Barrett Spur, Elk Cove via Vista Ridge Trail (Post Wind Event 2020)

This forum is used to share your experiences out on the trails.
Post Reply
User avatar
marmotman81
Posts: 2
Joined: October 17th, 2011, 5:01 pm
Location: Portland, OR
Contact:

Barrett Spur, Elk Cove via Vista Ridge Trail (Post Wind Event 2020)

Post by marmotman81 » October 3rd, 2020, 10:30 am

As parts of the Mount Hood National Forest were reopened again after the fires have calmed down, I decided to head to Elk Cove and Barrett Spur via the Vista Ridge Trail. Even though the Dollar Lake fire left massive destruction, it has also created an explosion of life, in the form of wild flowers, and I have enjoyed this route very much. I expected to encounter some downed trees, after the historic wind event we had, but I never imagined it would be even close to as bad as it turned out being.
20200929_163058.jpg
20200929_164744.jpg
Fortunately, the forest service had cleared the road of the trees which had fallen on the road itself. But, the final fork in the road (1650) was missing its sign. I took the correct fork, but ended up turning around as the fork was not on my GPS. The other fork (which WAS on my GPS) had not been cleared of trees, though, and after narrowly skirting by three different sections of downed trees, I reached a section that was impassible. I returned to the first fork, and of course, the trailhead was just a little ways further. Oops!

At the trailhead, there was a sign saying to expect downed trees, and the trail itself may not be passable. There were two other cars at the trailhead already, and so I figured if it wasn't passable, they'd be coming back and I'd meet them before too long. So, I headed off.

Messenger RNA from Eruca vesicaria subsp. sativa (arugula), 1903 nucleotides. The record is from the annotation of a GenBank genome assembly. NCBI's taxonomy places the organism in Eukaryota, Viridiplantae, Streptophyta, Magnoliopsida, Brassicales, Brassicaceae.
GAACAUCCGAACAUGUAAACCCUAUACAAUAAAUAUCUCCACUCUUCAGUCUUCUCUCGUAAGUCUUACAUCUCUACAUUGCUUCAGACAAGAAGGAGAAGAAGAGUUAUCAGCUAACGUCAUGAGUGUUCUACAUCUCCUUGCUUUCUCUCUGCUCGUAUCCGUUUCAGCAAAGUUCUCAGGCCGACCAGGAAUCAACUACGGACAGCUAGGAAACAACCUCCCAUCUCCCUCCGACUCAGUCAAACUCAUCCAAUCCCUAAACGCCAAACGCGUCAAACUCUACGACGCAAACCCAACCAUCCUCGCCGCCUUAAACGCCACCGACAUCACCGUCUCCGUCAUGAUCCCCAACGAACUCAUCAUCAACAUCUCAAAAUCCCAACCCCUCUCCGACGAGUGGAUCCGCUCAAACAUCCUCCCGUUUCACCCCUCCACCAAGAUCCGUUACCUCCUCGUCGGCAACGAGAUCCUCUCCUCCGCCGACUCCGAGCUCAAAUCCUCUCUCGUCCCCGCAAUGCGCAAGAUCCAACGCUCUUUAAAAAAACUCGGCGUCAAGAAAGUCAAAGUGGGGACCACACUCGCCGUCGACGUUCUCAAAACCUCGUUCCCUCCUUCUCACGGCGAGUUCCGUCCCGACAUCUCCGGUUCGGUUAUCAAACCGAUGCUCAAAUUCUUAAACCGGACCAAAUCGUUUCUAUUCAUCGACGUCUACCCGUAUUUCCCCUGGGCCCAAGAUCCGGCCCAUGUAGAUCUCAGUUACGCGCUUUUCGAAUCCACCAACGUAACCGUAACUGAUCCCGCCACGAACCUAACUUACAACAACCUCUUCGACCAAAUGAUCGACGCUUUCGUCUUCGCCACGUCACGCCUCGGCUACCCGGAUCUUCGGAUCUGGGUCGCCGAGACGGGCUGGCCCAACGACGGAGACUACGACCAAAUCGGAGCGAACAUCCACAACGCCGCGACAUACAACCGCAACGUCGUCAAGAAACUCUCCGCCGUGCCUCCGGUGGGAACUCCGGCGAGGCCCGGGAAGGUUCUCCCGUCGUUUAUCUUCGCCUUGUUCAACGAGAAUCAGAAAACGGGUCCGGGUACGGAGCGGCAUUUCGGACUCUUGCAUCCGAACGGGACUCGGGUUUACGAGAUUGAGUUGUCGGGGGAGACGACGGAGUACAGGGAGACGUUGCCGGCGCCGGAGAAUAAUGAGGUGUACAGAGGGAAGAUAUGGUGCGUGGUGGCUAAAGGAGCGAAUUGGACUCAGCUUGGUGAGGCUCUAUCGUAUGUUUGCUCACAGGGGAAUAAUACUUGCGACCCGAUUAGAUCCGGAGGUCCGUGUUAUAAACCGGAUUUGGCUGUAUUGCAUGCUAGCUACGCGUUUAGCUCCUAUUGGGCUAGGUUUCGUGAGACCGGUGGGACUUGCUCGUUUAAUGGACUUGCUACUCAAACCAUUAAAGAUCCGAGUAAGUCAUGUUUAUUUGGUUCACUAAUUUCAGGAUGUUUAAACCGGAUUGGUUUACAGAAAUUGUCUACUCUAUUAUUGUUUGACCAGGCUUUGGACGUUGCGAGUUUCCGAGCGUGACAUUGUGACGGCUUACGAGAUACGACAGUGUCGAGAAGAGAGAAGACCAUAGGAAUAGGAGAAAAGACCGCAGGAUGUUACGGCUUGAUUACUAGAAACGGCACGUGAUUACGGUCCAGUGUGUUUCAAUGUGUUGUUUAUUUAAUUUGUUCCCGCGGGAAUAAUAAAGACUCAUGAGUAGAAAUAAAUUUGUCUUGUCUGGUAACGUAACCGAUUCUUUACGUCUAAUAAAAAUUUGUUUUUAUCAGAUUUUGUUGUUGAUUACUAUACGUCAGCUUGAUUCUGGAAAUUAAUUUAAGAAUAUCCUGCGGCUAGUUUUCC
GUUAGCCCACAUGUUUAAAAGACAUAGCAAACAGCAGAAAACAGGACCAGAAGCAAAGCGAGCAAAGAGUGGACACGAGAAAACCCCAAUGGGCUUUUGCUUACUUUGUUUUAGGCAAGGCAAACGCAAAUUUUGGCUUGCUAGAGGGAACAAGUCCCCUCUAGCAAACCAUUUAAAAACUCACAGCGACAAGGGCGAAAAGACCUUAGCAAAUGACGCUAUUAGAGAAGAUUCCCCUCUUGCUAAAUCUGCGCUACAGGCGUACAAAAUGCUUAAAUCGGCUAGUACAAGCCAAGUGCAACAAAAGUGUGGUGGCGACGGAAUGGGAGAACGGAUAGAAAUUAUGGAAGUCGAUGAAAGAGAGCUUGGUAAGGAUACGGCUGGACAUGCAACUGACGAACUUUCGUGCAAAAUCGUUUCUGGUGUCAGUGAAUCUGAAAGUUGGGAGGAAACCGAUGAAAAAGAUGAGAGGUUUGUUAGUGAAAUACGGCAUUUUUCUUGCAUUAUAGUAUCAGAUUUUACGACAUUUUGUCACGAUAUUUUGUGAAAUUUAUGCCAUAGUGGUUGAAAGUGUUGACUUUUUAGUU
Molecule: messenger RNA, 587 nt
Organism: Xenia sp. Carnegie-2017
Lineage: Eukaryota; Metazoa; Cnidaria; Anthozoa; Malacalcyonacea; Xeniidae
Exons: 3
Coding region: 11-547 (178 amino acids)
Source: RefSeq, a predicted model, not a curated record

The first 1/2 mile or so (before reaching the wilderness permit station and trail junction with the old Vista Ridge trail) was just fine - nothing to speak of. But right as I reached that station were several large trees down. I could see the permit station, and so I was able to crawl through, but it was a mess. Fortunately, this was just about to the point where the burn area was.
20200929_165704.jpg
20200929_165614.jpg
While I love live trees, when it comes to crossing trees that have been blown over, there is a significant advantage to crossing a tree that was burned several years ago and is no longer ridden with branches, or even bark. In the next couple of miles, before reaching the Timberline Trail junction, I crossed, climbed, crawled, or detoured around 125 trees that had fallen into/over the trail (that does not count the hundreds of others which were OFF of the trail). But, fortunately, most of these were in the burn area, and weren't too bad. A couple of times,where multiple trees fell on top of one another, climbing over them became precarious, but I made it alright.

Another bad spot came as a large pile of trees fell just before a switchback. I climbed over the pile expecting to see the trail continue, but there was so much debris, it was hard to tell whether the trail was under the debris, or not. I turned around, and once I did, I saw the trail switchbacking the other way. I took a few branches from the debris pile (there were just a few to choose from) and constructed an arrow so that hopefully others wouldn't make my mistake.